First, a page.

In late August 2005 it seemed as if half the population – and not just sport overs – crowded round a TV set as the England Cricket Team fought to win back the Ashes.
The celebrations which followed the final game lasted well into the next week, culminating in an open top bus parade around Central London and meetings with the Queen and Prime Minister.
Sadly, the euphoria which followed that victory was rather short lived, as the following test series in India and Pakistan were both lost by large margins.
As with sport (whatever your favourite game might be), so with everyday living. Each of us has moments of triumph where we feel invincible and on top of the world. We’ll also, at some time or another, have to confront our deepest fears, face pain we can hardly bear or experience deep distress at losing someone we love. As so often happens, the euphoria of victory is so often followed by the darkness of defeat.
A few years ago, Rudyard Kipling’s poem “If” was voted the nation’s favourite. It contains some immortal lines which speak of these very things – success and failure. One verse that I find particularly challenging (because it speaks of our attitude in the way we might live), is this:
If you can dream--and not make dreams your master,
If you can think--and not make thoughts your aim;
If you can meet with Triumph and Disaster
And treat those two impostors just the same;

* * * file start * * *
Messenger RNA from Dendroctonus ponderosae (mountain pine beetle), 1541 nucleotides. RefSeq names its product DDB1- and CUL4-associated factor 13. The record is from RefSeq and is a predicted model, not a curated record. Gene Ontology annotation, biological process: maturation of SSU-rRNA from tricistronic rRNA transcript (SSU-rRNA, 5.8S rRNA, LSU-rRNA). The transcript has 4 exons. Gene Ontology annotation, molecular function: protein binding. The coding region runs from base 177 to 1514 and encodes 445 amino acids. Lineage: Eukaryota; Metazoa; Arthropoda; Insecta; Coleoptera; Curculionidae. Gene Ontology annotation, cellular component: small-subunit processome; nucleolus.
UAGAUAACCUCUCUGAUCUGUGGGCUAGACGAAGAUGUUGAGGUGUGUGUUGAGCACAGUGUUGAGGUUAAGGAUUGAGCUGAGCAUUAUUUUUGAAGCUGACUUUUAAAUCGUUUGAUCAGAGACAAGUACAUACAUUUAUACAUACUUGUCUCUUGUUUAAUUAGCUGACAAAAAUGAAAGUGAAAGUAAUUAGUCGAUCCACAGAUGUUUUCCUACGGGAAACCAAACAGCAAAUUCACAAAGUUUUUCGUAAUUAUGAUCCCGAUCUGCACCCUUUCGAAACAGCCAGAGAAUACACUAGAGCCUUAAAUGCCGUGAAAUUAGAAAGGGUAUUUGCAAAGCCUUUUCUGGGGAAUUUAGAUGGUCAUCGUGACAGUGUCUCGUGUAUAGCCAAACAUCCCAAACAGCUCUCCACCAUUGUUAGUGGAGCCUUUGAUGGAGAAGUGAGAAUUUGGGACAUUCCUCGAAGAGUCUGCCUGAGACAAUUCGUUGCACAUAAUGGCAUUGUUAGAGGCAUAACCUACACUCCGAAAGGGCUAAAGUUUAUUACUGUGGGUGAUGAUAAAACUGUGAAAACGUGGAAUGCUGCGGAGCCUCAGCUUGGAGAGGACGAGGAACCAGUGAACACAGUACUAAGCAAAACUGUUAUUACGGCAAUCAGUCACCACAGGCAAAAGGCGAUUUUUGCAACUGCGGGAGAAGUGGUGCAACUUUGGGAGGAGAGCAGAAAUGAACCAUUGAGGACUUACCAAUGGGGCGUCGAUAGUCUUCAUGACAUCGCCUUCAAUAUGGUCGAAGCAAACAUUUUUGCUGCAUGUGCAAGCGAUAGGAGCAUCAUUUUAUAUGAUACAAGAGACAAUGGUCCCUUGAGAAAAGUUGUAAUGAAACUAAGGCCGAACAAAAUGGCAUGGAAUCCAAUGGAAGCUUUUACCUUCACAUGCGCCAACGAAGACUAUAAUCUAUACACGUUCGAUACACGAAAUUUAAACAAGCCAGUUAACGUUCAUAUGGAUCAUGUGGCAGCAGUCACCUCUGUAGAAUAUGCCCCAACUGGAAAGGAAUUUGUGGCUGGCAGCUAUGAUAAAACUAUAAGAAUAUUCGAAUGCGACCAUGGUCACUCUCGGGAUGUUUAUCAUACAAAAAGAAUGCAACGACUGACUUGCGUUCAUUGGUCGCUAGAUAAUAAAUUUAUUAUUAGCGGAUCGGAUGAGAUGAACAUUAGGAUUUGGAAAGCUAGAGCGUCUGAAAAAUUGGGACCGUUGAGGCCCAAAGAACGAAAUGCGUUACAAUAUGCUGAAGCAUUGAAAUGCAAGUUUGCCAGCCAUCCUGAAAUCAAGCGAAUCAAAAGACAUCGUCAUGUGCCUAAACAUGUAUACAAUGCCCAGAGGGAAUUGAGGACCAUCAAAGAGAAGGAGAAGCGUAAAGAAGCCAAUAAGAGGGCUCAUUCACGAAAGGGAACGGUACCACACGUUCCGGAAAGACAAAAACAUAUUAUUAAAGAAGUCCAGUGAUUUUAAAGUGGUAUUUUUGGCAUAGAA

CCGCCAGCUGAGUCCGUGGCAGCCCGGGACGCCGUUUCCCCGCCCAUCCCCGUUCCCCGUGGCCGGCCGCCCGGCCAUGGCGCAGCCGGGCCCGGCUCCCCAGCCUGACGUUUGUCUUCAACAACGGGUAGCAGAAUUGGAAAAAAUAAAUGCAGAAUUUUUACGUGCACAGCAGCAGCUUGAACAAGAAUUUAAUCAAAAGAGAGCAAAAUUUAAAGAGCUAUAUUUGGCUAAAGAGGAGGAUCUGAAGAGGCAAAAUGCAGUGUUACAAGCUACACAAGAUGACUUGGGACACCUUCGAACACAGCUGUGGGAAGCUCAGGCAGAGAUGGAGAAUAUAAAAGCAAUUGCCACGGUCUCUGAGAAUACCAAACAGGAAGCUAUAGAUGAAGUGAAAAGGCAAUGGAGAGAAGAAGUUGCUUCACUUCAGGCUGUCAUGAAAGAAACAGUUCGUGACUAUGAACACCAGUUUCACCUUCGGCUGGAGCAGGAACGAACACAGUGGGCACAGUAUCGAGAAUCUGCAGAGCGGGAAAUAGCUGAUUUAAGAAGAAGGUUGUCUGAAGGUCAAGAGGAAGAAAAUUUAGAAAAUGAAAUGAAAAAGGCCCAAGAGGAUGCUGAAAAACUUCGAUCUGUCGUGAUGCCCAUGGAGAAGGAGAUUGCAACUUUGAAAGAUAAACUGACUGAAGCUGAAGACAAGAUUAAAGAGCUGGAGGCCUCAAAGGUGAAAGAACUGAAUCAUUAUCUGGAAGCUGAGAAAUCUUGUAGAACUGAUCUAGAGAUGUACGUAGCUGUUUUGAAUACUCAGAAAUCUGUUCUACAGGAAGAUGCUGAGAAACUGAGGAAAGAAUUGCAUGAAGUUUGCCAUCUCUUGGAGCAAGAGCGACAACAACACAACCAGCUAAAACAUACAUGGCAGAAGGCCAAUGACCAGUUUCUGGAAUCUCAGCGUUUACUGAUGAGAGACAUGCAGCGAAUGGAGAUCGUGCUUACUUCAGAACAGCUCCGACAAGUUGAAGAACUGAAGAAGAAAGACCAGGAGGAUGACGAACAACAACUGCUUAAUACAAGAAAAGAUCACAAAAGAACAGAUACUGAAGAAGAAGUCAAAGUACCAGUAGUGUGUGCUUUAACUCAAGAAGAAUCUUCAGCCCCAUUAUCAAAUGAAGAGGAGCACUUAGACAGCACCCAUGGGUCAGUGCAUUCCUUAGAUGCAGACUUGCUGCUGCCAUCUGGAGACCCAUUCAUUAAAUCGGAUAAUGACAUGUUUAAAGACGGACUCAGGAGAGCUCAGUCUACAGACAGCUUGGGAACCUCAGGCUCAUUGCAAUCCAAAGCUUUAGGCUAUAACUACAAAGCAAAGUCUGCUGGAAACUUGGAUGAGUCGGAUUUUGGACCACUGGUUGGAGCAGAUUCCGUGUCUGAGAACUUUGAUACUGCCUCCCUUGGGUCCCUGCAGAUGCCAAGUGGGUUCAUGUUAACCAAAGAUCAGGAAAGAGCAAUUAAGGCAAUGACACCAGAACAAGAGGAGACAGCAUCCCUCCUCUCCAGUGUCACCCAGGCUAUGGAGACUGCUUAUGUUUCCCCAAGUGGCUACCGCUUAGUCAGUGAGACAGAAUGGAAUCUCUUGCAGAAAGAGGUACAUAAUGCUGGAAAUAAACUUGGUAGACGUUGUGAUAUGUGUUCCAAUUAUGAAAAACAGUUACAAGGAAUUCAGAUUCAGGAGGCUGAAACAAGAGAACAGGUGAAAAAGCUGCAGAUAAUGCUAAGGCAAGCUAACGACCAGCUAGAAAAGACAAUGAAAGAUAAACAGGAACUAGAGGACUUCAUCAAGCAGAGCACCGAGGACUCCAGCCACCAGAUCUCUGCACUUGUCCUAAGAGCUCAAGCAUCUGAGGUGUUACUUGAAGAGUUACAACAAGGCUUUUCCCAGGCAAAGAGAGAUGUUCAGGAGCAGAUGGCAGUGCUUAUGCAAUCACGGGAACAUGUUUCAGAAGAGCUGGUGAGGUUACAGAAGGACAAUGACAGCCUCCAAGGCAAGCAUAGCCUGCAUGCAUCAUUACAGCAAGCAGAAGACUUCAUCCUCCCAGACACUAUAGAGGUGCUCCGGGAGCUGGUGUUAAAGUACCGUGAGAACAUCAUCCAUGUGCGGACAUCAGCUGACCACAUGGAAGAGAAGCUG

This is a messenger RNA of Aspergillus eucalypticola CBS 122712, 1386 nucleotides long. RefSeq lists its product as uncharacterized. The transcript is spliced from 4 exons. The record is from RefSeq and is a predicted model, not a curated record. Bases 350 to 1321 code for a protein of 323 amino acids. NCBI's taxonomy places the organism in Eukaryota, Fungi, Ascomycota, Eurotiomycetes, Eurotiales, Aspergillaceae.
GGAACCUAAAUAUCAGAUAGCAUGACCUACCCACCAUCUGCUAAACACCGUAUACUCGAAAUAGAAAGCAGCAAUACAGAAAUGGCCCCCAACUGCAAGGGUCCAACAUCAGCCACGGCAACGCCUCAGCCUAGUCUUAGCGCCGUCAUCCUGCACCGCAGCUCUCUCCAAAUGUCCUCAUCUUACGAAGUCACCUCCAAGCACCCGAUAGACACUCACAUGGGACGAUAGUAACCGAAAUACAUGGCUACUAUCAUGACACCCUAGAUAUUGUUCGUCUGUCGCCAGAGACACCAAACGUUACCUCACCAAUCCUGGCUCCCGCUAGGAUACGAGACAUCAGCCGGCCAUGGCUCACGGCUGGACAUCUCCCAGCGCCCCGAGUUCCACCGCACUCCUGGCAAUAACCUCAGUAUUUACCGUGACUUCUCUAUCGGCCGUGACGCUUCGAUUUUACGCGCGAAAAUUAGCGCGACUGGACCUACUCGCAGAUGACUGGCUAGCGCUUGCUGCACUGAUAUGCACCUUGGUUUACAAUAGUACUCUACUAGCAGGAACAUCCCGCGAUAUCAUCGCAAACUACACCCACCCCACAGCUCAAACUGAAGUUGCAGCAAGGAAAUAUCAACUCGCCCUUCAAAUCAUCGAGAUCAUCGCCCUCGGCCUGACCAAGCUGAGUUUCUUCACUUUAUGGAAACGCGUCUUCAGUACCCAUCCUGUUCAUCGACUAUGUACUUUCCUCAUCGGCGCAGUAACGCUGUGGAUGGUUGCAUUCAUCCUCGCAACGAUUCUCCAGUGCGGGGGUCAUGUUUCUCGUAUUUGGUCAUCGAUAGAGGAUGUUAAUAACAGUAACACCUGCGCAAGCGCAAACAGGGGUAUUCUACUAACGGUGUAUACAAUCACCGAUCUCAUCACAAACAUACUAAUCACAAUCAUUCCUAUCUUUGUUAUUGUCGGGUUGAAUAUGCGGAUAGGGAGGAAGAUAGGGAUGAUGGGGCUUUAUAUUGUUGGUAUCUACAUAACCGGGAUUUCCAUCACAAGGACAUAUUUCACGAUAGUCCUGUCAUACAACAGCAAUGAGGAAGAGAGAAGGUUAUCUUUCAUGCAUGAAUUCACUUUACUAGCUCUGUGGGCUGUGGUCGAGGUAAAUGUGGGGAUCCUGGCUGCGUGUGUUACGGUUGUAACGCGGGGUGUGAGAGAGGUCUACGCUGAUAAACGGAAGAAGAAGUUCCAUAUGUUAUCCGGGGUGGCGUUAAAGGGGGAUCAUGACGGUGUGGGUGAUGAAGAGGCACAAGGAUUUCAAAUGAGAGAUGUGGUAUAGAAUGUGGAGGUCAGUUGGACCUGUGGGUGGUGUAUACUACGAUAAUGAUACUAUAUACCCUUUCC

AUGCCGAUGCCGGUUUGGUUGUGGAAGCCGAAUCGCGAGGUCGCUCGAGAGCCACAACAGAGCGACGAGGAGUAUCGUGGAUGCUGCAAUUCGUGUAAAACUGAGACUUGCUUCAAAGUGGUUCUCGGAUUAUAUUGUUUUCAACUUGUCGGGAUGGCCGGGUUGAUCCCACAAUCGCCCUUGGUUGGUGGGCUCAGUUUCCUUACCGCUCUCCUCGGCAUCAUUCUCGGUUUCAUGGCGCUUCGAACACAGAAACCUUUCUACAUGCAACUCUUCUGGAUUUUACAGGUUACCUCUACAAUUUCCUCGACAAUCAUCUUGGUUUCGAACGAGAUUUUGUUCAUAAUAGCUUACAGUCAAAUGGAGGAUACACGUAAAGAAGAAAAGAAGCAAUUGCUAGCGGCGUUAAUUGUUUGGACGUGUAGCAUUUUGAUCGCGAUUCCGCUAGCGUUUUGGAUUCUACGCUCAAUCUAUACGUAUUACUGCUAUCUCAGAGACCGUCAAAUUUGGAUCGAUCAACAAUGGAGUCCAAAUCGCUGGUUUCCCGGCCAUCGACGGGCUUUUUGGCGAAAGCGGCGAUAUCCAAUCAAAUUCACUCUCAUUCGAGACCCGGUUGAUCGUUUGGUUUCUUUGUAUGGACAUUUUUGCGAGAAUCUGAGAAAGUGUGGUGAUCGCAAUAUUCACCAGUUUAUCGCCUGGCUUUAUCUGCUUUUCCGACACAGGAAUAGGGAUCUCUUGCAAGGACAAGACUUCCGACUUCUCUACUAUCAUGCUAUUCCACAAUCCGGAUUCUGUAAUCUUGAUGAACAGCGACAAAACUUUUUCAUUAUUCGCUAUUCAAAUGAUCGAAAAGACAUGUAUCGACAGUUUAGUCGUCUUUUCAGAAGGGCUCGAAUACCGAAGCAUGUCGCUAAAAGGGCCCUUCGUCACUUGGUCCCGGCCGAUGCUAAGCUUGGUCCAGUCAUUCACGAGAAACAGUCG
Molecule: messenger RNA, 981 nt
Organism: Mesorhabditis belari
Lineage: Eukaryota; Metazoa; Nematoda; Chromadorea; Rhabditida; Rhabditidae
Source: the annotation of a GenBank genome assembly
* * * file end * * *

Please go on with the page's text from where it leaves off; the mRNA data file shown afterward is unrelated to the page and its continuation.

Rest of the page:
As I write these words between Easter and Pentecost, I am struck again by the meaning and the reality of Easter. Unlike the England Cricket Team this is not a riches to rags story – in, fact quite the reverse.
Easter is not the greatest escape of all time but the greatest victory coming out of what appeared to be the deepest defeat. They thought it was all over, that the new “movement” was finished almost as soon as it had begun, with the death of its leader. But history proves, as the events of that first Easter morning demonstrate, that in Jesus’ victory over death, we have a triumph in which we can share and celebrate.
Holding onto triumph enables us to see a bigger picture when the darkness of defeat presses in closely. As a new dawn begins and restrictions are being eased, we look to the victory of the cross to determine how we live. We are free to say that our faith matters and to show that we are committed to building God’s Kingdom.